Echoes of Women's Voices: Music, Art, and Female Patronage in Early Modern Florence

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University of Chicago Press, Feb 15, 2006 - Art - 378 pages
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Aristocratic women exerted unprecedented political and social influence in Florence throughout the late sixteenth and early seventeenth centuries. During this period, female members of the powerful Medici family governed the city for the first and only time in its history. These women also helped shape the city's artistic life, commissioning works of music, art, and theater that were inscribed with their own concerns and aspirations. Echoes of Women's Voices examines the patronage of individuals and institutions, particularly convents, which have remained, until now, largely neglected by scholars.

Through commissions, patrons sought to promote a vision of the world and their place in it. The unique social norms, laws, educational backgrounds, and life experiences of female patrons meant the expression of a worldview that differed significantly from that of their male counterparts. Joining exceptional archival research with telling analysis of significant examples of music, art, and drama, Kelley Harness challenges the prevailing view that Florence saw a political and artistic decline during this period. She argues convincingly that the female domination of these years brought forth artistic patronage that was both continuous and well-conceived.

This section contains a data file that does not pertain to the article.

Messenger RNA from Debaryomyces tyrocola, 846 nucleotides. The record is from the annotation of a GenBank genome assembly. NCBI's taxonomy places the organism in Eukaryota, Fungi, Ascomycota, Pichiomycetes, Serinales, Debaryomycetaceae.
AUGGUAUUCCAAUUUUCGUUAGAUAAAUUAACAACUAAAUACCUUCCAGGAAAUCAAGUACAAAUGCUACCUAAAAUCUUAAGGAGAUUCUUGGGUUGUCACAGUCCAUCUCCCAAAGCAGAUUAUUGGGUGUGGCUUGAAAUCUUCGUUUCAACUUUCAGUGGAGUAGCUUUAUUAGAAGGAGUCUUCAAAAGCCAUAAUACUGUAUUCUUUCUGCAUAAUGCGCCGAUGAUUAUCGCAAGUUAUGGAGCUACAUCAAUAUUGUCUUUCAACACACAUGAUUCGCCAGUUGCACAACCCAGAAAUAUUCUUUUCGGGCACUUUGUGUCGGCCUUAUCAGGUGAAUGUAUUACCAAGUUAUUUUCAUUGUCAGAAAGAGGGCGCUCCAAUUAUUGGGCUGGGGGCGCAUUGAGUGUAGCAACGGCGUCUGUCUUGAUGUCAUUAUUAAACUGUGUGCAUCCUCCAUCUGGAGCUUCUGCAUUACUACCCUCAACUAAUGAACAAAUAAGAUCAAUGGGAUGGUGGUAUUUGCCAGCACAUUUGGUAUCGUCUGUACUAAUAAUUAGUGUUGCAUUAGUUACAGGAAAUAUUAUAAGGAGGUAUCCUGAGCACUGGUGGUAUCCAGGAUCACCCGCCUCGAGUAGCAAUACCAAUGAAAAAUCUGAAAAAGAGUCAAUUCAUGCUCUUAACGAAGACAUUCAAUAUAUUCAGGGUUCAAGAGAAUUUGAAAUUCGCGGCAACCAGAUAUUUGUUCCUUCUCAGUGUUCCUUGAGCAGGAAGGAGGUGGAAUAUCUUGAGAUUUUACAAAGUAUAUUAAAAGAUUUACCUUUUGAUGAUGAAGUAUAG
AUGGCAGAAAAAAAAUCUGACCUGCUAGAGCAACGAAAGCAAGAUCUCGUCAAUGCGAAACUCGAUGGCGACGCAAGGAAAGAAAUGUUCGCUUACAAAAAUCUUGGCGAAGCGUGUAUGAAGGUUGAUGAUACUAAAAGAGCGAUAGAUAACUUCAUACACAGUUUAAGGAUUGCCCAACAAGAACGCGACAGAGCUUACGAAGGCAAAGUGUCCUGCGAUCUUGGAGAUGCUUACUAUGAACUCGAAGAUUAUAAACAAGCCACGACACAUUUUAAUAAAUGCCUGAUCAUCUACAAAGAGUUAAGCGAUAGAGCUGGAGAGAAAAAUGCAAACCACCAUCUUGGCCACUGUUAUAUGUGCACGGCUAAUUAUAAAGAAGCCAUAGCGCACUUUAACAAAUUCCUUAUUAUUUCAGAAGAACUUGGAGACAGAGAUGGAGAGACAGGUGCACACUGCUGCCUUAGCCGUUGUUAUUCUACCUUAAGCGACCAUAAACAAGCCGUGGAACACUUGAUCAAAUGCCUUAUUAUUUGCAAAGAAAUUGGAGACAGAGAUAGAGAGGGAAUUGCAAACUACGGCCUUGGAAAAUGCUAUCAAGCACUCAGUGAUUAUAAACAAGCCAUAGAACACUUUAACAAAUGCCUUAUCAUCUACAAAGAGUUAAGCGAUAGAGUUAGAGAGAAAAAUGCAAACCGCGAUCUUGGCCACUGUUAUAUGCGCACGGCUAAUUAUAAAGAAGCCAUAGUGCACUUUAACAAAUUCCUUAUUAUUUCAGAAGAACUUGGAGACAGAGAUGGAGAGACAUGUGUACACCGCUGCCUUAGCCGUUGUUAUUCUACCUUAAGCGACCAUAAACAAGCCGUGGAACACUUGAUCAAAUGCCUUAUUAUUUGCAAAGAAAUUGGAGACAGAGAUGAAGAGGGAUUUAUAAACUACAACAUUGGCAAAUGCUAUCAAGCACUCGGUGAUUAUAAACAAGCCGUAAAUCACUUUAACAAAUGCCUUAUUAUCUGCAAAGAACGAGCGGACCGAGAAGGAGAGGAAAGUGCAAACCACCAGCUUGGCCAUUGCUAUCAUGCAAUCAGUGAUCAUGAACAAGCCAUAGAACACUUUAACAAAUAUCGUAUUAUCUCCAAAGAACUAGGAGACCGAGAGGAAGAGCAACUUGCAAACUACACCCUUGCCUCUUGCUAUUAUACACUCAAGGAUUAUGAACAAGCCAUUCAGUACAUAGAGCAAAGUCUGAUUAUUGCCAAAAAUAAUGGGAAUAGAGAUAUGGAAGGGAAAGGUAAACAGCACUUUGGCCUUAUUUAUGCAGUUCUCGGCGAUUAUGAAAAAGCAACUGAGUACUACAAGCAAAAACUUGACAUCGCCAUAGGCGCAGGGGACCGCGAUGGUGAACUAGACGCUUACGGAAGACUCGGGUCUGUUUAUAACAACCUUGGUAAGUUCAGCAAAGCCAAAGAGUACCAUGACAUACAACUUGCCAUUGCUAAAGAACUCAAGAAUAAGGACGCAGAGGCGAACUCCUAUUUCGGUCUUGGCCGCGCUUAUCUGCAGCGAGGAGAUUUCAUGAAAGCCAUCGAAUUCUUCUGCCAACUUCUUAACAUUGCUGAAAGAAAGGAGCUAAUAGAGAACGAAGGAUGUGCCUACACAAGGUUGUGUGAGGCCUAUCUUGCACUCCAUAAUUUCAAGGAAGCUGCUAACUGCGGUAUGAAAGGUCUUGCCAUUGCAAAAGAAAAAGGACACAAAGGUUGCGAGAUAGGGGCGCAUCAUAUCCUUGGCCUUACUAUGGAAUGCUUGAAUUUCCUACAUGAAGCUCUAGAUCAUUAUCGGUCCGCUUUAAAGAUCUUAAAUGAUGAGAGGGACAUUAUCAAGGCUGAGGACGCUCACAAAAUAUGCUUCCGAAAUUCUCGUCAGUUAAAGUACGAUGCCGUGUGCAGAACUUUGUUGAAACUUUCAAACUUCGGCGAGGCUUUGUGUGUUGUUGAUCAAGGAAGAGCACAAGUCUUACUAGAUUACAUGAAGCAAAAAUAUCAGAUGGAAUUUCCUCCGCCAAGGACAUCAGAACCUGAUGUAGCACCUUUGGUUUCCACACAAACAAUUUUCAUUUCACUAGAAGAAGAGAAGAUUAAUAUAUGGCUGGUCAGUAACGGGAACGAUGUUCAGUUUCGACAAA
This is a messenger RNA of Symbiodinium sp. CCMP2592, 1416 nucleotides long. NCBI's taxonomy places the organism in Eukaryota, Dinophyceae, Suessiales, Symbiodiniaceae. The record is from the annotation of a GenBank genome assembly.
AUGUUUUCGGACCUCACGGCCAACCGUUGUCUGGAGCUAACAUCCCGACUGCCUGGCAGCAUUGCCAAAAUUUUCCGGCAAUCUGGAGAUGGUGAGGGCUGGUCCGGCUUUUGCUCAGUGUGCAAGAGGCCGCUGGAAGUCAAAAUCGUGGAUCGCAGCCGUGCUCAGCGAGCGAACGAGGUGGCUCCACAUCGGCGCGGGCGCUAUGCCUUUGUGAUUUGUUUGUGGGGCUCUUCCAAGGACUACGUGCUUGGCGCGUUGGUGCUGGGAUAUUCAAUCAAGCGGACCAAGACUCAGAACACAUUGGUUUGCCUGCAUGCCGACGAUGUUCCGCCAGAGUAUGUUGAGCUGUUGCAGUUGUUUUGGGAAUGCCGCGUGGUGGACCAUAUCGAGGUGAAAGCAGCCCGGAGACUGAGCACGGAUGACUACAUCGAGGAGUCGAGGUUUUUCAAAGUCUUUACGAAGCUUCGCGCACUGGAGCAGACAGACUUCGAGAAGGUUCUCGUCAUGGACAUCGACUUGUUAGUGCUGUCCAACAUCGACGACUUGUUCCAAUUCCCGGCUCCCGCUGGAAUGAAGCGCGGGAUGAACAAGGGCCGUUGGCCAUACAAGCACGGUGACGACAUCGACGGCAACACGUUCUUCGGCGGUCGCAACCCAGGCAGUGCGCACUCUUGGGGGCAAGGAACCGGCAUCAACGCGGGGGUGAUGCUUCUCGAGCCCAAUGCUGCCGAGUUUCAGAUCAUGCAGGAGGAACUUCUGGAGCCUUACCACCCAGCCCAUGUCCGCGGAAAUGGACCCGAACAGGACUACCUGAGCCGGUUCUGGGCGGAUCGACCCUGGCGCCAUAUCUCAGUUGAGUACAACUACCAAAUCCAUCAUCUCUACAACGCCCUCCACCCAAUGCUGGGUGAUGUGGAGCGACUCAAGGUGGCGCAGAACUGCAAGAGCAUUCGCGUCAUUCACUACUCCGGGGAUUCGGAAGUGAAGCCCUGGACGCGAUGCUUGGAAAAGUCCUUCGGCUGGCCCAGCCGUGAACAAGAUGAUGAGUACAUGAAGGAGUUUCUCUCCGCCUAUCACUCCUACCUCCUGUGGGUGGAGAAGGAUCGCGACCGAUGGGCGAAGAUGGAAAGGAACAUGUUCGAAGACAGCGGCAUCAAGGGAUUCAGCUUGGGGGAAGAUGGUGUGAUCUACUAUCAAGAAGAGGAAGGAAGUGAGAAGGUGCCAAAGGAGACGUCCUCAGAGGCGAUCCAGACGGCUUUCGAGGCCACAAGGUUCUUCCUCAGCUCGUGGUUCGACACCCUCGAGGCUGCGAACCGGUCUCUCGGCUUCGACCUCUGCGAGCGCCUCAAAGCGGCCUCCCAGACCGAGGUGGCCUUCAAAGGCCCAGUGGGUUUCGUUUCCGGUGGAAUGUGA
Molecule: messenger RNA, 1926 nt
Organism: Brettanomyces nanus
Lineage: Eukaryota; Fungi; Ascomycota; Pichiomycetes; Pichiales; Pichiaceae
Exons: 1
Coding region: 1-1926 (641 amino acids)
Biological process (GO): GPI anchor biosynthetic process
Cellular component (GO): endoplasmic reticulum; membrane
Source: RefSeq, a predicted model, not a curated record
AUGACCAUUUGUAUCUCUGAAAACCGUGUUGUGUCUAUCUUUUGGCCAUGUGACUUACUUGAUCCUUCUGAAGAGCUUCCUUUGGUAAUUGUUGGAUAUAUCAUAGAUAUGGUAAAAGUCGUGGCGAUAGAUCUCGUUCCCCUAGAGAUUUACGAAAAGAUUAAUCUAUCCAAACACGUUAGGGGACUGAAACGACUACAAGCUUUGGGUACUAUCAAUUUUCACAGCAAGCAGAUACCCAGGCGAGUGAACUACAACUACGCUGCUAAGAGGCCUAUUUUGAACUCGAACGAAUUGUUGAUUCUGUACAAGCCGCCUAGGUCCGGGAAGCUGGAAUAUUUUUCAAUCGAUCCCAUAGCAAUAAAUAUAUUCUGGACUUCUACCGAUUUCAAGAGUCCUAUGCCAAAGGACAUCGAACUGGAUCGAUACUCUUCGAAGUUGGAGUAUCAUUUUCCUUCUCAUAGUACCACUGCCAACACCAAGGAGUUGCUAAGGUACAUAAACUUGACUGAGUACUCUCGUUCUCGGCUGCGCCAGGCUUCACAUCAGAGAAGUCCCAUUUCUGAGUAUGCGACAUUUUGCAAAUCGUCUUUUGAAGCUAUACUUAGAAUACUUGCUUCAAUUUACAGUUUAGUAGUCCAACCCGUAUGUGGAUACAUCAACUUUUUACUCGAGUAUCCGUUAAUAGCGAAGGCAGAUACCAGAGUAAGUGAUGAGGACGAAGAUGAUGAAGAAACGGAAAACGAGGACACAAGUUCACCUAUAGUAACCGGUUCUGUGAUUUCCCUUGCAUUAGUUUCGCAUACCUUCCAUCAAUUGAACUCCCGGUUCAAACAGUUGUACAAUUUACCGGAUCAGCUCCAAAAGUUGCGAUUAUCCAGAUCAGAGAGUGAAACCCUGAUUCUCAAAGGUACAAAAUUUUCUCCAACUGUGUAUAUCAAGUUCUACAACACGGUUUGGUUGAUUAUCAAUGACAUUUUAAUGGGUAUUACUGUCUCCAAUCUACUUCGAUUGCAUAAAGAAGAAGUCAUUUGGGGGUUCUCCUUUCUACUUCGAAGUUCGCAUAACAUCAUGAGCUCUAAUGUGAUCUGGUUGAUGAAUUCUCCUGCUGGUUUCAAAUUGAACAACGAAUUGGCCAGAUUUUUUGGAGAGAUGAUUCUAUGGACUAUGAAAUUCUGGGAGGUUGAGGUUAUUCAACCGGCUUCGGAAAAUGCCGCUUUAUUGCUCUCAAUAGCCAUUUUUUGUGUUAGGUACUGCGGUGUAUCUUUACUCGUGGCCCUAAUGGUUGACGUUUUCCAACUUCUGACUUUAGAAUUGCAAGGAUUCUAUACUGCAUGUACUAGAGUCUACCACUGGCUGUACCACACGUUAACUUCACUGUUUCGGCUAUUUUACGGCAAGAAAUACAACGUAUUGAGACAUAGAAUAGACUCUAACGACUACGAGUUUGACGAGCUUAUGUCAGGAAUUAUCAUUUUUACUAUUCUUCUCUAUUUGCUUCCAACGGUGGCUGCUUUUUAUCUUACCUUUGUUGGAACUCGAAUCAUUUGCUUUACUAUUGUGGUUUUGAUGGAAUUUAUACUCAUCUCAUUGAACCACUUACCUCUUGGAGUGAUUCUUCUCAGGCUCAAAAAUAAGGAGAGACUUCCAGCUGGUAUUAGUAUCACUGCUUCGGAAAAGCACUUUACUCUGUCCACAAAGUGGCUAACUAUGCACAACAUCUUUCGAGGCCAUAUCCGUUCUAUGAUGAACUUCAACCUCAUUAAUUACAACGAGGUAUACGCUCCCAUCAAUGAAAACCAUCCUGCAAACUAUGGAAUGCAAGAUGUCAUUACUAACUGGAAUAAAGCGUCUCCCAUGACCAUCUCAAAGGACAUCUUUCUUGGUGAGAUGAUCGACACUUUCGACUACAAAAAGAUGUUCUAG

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Contents

VI
13
VII
40
VIII
62
IX
111
X
142
XI
174
XII
210
XIII
282
XIV
345
XV
347
XVI
349
XVII
369
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Page 11 - Let a woman learn in silence with all submissiveness. I permit no woman to teach or to have authority over men; she is to keep silent.

About the author (2006)

Kelley Harness is associate professor of music at the University of Minnesota.

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